It felt like time to switch gears.
In 2017, Andy Frasco reached a fork in the road. Renowned for a jubilant jambalaya of rule-breaking rock n roll his career kept rolling ahead at full steam. To date, he had released three independent albums, chronicled a German gig in front of 15,000 screaming fans on the recent live opus Songs from the Road, made jaws drop at festivals such as Grandoozy, Firefly, Mountain Jam, Summer Camp, Rock Am Ring, Rock Im Park and Electric Forest, generated millions of streams, launched Andy Frasco’s World Saving Podcast, and performed at festivals alongside icons such as Peter Frampton, Gary Clark Jr., The Revivalists, Snoop Dog, Dr. Dog, Joe Walsh and Kendrick Lamar, to name a few.
After a string of wild shows (and wilder nights) on tour somewhere in the heart of America, one morning sounded a very loud wakeup call for the singer, songwriter, performer, and namesake of Andy Frasco & The U.N.
“I woke up after a five-day bender on cocaine,” he recalls. “This relationship I was in didn’t work out. I bought a house in the Midwest to be close to a girl, but she didn’t trust me. I wouldn’t trust me either, because I was fucking chicks and doing drugs every night on the road. I would take ecstasy just to get out of bed. I was sleep deprived, losing all of my friendships, and fucking overworked. I decided to make a change in my life. I realized that I’m getting older; I couldn’t only be the party guy. I wanted to chronicle my life. I wanted to capture my feelings. I wanted substance in my life and music. I decided to take a step back from this wild life for a second and reevaluate, so I could genuinely enjoy the ride I’m on for the long haul.”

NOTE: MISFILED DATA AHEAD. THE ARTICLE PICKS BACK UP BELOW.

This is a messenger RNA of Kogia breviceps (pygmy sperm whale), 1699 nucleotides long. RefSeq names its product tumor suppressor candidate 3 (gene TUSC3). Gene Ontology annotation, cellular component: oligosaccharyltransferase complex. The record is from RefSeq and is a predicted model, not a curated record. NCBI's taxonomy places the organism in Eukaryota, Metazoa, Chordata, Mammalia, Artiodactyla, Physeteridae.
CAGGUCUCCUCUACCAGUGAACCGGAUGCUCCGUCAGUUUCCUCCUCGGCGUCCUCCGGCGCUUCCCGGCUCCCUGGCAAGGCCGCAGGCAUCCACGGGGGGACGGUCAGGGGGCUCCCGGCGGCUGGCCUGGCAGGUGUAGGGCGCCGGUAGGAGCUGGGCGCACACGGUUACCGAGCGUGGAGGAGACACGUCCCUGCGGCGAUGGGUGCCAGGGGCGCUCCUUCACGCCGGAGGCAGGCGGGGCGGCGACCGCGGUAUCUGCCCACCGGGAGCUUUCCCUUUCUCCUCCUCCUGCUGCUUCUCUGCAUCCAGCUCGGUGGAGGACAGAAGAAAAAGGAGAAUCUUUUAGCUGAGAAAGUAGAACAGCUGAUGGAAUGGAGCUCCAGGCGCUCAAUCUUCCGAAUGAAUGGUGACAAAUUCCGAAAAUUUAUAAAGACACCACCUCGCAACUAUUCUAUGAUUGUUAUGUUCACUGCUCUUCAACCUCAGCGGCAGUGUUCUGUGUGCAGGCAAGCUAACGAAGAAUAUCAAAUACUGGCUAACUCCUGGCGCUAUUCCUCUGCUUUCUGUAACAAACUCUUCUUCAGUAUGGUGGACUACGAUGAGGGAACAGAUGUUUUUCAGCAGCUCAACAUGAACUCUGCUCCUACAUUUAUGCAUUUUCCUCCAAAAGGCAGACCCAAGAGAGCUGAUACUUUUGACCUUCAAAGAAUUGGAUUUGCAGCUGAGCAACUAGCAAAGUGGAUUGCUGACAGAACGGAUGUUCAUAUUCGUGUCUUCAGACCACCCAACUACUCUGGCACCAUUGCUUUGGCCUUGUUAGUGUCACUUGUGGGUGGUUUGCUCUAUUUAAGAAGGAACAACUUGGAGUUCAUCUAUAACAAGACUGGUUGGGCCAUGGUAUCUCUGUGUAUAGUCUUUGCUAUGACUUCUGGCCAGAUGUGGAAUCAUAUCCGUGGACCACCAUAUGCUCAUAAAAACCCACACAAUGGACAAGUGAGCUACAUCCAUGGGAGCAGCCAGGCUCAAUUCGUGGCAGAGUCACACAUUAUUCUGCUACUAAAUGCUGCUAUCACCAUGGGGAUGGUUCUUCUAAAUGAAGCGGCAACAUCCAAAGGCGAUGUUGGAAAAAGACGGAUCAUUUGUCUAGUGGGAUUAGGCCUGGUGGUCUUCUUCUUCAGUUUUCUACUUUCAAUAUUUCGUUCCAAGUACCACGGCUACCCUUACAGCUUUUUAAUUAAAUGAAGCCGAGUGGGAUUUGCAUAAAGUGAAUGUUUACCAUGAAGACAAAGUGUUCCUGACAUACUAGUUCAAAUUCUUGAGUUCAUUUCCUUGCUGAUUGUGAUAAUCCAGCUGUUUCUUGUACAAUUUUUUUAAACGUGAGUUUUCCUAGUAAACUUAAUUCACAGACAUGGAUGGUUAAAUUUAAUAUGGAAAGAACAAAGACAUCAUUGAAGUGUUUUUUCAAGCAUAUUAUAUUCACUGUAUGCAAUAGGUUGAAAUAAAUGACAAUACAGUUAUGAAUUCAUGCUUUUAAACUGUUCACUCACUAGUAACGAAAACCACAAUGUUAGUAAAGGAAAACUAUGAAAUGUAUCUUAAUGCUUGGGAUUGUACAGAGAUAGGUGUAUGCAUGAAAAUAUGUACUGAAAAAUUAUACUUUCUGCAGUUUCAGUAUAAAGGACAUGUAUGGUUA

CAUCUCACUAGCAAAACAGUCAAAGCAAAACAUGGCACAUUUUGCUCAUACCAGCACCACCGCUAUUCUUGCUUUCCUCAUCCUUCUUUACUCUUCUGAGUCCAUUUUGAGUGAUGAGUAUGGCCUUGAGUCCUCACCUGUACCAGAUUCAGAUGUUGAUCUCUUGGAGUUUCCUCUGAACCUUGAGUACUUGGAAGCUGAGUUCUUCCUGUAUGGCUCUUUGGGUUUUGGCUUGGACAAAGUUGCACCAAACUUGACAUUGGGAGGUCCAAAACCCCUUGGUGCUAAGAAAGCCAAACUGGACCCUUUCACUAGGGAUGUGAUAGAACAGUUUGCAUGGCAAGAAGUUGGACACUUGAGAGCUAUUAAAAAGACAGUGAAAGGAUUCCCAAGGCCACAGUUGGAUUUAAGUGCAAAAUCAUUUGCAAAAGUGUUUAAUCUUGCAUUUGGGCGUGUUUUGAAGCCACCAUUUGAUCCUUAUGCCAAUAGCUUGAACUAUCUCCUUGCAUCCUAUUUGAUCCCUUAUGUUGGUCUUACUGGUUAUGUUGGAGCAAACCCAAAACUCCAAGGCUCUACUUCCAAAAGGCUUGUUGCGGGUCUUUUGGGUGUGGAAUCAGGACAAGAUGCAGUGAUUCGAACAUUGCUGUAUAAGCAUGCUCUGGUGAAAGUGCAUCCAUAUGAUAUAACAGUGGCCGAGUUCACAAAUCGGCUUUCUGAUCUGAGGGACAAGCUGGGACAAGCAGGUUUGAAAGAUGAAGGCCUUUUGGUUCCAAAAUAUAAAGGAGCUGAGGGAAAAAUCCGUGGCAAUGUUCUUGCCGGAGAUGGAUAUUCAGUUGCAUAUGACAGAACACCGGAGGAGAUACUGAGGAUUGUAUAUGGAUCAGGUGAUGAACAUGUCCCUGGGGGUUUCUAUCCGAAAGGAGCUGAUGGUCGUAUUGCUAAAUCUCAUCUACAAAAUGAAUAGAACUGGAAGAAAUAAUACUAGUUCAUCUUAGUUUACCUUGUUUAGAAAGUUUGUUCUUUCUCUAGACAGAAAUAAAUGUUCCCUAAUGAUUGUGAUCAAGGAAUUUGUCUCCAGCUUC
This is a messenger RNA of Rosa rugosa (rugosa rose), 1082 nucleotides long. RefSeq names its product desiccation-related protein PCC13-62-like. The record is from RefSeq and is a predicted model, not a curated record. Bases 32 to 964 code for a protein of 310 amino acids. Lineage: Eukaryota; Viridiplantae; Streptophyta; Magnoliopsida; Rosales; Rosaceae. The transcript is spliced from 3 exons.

The title track “Change of Pace” gallops ahead on tambourine and organ as Andy’s voice stretches to the heavens and back on the admission, “I’m looking for change of pace. Then, I’ll be on my way.”
“Everyone has an idea of how you should live your life,” he states. “If you’re dealing with something that you’re not into, try something the complete opposite. Instead of always pondering what you could do tomorrow, do it today.”
In the end, this change elevates Andy to a new level.
“I’d love for people to connect to the songs in addition to the live show,” he leaves off. “I’m a philosopher and a musician at the end of the day. I want to emulate those aspects in my work. I’m also just a guy trying to find happiness like everyone else is. It’s about being okay with the lows, not getting too high with the highs, and being comfortable in your own skin.”